The screening questions used in the survey to identify CSHCN included five major components. In addition to the presence of a condition that has lasted or is expected to last at least one year, the respondent must report at least one of the following consequences for the child:

  • The use of or need for prescription medication;
  • The use of or need for more medical care, mental health services, or education services than other children of the same age;
  • An ongoing emotional, behavioral, or developmental (EBD) problem that requires treatment or counseling;
  • A limitation in the child’s ability to do the things that most children of the same age do;
  • The use of or need for special therapy, such as physical, occupational, or speech therapy.

Of these five qualifying criteria, the need for prescription medication is by far the most common, reported by more than three-fourths of CSHCN. The next most frequently reported consequence is the use of or need for extra medical, mental health, or educational services (42.1 percent of CSHCN), followed by need for or use of services for ongoing emotional, behavioral, or developmental problems (31.8 percent), limitation in activities (23.5 percent), and the use of specialized therapies (21.5 percent). The percentages do not add to 100 because each child may experience more than one consequence of his or her condition(s).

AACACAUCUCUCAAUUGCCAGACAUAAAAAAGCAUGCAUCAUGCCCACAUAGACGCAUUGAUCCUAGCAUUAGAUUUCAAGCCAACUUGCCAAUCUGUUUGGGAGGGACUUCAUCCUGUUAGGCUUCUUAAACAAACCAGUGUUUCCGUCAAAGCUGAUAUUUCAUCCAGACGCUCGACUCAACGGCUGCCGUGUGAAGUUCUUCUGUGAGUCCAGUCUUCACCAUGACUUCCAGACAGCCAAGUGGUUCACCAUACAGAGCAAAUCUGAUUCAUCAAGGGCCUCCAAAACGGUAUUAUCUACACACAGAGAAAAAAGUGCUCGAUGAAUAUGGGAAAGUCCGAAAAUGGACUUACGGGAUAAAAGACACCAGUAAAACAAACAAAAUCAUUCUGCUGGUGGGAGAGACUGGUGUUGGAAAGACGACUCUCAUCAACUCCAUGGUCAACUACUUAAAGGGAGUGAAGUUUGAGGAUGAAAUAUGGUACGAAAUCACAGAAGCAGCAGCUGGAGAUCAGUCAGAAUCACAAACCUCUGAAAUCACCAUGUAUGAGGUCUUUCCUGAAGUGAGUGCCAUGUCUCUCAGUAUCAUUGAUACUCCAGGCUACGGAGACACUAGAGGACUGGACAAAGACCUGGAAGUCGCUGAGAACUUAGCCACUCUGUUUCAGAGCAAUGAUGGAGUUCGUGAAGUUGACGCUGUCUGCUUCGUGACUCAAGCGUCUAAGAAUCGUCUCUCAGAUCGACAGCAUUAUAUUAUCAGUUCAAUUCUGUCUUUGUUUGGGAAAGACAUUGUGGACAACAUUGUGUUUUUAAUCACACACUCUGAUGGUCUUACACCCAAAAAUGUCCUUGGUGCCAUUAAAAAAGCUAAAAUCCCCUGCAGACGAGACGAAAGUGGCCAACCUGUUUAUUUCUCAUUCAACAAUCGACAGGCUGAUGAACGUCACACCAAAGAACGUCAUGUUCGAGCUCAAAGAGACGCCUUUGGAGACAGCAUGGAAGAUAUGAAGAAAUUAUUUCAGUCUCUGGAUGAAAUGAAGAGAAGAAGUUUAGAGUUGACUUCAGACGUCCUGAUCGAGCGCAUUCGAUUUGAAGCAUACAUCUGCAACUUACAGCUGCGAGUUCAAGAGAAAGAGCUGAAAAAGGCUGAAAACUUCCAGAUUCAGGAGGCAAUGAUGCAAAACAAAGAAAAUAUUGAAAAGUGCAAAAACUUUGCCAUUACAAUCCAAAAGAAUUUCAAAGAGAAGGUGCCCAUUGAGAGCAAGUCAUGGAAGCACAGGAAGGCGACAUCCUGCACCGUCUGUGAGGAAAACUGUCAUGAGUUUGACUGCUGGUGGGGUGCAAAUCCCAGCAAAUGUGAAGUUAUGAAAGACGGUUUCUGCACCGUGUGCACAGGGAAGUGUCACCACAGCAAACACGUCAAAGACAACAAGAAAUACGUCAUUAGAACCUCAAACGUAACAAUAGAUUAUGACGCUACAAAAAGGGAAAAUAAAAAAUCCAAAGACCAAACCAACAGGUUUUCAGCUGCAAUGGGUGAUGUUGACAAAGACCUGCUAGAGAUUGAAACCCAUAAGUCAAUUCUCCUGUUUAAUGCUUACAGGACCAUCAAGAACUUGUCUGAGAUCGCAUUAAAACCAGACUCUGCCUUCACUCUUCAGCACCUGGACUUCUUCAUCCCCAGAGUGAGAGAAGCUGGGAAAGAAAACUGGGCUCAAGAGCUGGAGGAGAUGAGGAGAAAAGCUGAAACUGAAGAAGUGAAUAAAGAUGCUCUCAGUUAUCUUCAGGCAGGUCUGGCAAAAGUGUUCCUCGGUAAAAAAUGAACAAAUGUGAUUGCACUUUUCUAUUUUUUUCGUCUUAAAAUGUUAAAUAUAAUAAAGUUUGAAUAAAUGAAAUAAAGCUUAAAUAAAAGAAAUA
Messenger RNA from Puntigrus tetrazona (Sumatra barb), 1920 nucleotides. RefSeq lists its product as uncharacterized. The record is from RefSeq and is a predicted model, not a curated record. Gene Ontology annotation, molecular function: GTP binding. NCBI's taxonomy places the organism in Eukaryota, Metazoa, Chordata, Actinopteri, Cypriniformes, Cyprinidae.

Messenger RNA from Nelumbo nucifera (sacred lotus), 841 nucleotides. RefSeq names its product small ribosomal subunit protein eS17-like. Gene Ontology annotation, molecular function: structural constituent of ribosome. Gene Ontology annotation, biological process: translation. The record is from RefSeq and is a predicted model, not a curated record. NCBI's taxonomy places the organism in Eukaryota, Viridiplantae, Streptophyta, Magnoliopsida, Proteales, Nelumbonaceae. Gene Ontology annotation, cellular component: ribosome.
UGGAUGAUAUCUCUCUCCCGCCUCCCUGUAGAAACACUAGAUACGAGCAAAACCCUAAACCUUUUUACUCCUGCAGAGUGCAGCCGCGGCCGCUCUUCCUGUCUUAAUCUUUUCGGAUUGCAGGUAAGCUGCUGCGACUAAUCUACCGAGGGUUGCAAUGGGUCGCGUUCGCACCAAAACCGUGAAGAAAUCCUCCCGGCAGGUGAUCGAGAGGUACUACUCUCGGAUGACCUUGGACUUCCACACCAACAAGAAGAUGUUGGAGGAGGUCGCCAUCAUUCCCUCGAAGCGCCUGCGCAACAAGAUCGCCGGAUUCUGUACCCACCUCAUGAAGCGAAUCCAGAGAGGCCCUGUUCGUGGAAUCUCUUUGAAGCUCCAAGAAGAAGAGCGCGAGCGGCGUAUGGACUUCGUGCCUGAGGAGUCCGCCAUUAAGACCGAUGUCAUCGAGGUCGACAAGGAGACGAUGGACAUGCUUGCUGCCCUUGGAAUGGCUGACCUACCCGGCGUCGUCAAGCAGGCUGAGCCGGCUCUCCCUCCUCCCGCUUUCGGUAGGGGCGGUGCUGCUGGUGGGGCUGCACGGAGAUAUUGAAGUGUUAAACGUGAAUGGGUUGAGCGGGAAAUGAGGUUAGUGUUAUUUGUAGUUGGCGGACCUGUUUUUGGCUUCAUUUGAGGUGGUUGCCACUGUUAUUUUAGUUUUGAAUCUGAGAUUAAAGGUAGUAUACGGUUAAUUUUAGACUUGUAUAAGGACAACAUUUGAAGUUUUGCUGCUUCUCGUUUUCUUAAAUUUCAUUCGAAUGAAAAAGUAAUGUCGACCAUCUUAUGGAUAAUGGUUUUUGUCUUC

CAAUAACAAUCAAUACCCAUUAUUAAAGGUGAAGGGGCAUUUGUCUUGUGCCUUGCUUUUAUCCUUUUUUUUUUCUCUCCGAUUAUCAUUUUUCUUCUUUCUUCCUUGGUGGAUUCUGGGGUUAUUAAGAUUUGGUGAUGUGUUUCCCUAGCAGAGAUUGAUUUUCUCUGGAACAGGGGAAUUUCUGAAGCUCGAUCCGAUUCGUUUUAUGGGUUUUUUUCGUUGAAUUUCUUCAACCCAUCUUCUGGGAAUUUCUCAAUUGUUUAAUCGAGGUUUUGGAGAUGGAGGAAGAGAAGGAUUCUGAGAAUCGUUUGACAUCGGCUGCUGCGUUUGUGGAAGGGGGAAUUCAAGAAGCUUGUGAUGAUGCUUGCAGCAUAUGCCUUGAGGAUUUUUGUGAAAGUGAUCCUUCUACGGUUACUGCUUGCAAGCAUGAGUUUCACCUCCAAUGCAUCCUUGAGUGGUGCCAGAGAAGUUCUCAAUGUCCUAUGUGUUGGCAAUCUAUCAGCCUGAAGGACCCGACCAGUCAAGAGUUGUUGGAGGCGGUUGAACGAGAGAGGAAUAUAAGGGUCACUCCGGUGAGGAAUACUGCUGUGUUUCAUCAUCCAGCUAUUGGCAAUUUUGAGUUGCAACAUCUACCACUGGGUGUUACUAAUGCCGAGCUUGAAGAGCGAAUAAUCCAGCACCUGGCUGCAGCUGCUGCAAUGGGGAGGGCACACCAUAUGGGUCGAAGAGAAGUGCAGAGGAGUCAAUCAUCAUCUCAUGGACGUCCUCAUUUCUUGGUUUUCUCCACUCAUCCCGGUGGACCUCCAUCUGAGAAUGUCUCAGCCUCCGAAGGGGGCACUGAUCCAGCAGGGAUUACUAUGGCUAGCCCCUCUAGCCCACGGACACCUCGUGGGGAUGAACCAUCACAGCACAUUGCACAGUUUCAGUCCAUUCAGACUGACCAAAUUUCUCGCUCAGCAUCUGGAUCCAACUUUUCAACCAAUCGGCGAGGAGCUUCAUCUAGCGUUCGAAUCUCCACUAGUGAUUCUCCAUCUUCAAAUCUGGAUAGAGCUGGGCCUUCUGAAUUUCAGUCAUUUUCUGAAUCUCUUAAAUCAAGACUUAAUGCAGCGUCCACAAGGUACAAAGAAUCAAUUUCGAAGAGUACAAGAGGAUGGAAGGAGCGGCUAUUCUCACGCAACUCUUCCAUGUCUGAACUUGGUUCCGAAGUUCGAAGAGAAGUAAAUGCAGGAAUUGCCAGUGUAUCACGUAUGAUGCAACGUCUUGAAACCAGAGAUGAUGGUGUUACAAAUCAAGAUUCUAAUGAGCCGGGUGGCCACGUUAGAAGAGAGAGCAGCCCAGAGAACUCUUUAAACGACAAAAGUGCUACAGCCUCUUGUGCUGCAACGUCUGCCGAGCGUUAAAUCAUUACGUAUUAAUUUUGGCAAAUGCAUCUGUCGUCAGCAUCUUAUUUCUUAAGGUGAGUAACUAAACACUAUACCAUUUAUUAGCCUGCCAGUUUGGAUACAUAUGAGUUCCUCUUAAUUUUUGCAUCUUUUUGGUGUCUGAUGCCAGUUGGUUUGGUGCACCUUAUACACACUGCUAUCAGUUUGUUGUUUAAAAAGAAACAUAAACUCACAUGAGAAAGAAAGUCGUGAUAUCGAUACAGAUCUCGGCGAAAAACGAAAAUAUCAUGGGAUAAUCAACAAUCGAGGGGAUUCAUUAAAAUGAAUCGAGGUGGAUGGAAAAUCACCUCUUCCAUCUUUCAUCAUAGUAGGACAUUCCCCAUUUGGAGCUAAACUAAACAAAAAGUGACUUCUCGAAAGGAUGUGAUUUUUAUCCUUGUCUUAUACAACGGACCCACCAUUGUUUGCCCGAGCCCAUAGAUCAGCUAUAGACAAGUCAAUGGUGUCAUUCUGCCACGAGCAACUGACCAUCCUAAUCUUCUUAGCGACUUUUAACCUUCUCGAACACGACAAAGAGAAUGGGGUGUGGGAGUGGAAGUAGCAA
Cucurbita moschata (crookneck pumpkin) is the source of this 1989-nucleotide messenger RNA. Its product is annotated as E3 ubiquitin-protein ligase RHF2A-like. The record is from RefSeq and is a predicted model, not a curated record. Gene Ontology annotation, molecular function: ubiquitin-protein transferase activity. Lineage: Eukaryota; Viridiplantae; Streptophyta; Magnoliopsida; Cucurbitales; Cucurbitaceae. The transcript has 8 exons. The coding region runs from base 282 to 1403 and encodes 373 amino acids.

Younger children are more likely than older children to need specialized therapies to address their conditions, while older children are more likely to rely on prescription medication or treatment or counseling for an emotional, behavioral, or developmental condition. Variation is also evident by sex: boys are more likely than girls to be reported to use elevated levels of services, have emotional or behavioral problems, or to use specialized therapies. Family income also appears to be related to the consequences of children’s health conditions, as children in low-income families are more likely to be reported to have all consequences except the use of prescription medications, which is more commonly reported among children in higher-income families.

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